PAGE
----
4. Mr. DNA


When we think of the casualties of Jurassic Park, we often think of Muldoon, Sam Jackson’s butt-holding Ray Arnold, and of course, the lawyer, Gennaro. But after the story we see in the film, one could imagine countless catastrophic repercussions as a result of the park’s failure: from the unemployed janitorial staff and culinary team, to the merchandising contracts that will fall through, financially crippling the lunch-box/stuffed animal industry. Even factoring in these deaths, layoffs, and economic recessions, there is one beloved character who deserved more: Mr. DNA.

If Jurassic Park is never opened to the public, then no one will ever tour the lab, meaning they will never watch the introductory cartoon starring the delightful Mr. DNA, thus depriving the world of a would-be classic character. With his Foghorn Leghorn-esque Southern drawl (voiced by Greg Burson) Mr. DNA could have had his own movie, breakfast cereal, Saturday morning cartoon! How about a crossover where Mr. DNA helps the forensics team on CSI? Too bad it will never happen… Stupid InGen…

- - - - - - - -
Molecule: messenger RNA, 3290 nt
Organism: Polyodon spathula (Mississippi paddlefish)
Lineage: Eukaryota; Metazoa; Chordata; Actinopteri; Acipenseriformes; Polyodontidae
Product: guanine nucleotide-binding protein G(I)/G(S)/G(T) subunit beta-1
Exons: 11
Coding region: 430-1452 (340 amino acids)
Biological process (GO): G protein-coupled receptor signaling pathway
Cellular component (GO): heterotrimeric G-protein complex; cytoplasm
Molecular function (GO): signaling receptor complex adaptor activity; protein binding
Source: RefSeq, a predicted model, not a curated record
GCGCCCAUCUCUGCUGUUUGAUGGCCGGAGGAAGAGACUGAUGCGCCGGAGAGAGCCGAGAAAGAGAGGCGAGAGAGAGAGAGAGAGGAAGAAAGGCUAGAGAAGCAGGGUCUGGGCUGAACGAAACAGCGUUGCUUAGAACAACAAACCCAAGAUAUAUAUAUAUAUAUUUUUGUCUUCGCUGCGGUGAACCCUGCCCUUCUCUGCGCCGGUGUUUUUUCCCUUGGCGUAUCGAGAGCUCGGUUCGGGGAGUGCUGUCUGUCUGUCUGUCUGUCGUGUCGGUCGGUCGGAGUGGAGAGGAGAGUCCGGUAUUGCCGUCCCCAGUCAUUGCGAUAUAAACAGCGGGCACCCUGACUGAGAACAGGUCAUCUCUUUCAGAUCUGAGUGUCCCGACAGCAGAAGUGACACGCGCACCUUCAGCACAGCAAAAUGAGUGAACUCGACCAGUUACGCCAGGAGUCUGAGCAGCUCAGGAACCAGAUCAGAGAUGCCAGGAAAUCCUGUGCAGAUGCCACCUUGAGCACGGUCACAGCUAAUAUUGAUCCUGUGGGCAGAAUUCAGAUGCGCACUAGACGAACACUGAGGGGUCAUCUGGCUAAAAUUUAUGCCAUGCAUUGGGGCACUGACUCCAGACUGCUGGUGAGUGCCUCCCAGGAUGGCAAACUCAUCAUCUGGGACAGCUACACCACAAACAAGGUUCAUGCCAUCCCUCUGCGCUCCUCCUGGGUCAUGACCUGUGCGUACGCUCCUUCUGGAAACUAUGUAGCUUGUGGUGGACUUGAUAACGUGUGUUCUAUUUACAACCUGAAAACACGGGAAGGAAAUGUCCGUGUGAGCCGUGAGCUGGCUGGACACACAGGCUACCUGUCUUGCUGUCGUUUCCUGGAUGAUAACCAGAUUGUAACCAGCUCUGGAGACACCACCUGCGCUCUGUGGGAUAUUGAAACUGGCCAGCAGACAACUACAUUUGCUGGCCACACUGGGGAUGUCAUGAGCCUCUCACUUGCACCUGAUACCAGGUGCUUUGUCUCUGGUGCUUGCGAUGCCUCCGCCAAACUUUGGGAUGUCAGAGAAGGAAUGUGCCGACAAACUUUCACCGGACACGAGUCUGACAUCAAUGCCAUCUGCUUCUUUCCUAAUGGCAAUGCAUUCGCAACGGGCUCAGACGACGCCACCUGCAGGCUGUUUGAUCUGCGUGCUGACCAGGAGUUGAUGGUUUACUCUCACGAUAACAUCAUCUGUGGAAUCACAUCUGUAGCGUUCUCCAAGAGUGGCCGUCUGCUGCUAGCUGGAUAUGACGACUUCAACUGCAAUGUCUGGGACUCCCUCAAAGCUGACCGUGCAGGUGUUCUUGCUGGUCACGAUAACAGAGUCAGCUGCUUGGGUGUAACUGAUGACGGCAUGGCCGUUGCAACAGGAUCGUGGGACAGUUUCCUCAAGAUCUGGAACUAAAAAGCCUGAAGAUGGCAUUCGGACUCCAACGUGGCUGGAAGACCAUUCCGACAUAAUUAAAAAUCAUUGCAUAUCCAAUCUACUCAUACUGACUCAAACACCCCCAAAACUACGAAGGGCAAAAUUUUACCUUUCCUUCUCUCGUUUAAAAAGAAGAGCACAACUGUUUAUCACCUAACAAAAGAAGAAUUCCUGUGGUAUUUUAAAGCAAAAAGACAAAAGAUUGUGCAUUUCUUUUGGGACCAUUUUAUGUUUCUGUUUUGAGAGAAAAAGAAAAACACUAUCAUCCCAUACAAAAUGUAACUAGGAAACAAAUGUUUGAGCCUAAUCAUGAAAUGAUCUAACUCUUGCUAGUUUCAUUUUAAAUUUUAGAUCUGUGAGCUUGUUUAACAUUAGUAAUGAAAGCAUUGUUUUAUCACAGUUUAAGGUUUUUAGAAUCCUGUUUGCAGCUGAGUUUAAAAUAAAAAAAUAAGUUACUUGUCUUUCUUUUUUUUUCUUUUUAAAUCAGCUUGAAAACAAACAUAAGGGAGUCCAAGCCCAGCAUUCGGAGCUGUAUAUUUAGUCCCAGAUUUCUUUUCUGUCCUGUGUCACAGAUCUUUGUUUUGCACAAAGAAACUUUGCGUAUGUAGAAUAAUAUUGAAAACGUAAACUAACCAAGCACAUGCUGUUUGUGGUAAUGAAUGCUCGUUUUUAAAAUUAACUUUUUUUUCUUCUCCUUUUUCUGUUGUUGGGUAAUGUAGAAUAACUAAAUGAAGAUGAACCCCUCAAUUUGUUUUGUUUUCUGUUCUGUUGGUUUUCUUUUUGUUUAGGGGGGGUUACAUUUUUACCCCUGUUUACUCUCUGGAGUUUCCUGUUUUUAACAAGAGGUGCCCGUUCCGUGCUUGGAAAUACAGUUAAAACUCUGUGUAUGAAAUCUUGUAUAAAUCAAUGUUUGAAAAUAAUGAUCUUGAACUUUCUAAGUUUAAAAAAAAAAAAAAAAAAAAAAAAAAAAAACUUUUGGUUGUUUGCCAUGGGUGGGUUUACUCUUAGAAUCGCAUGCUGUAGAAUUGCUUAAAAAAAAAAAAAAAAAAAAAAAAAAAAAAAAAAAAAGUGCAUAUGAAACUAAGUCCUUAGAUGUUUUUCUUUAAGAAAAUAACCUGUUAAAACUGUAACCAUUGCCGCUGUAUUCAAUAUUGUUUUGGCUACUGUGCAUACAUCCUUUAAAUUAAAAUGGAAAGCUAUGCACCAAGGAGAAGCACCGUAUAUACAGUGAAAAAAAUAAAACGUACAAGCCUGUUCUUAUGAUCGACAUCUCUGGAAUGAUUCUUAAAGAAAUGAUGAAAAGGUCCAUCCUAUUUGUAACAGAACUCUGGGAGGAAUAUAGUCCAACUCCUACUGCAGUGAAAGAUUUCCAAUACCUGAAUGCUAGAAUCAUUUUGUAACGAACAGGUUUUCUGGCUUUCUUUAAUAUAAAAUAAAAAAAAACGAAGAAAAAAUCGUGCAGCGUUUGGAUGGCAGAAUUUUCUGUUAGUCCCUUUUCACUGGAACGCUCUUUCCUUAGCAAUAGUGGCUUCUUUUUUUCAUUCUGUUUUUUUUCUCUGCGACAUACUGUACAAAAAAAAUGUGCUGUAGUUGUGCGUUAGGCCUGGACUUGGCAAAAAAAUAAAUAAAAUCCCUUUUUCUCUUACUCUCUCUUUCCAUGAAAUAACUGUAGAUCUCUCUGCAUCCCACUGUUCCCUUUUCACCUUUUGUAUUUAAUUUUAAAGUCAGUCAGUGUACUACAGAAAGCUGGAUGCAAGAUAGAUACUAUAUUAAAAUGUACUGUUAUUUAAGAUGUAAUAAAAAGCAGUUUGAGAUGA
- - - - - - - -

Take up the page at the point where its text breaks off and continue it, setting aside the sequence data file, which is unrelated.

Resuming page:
3. Volunteer Boy


Of course, Jurassic Park wouldn’t be Jurassic Park without the scene in which the film’s hero, Alan Grant, terrorizes a small boy, describing his violent death in graphic detail because he called a species of dinosaur a silly name… you know, like kids do.

What’s always bothered me about this scene is the lack of parental presence– I always assumed the kid was the son of one of the other paleontologists, part of some sort of Take-Your-Child-To-Work-Day. But then why did no one punch Alan Grant in the face and yell “Don’t pretend to disembowel my son you psycho!” If his parents weren’t around, what was that kid doing there?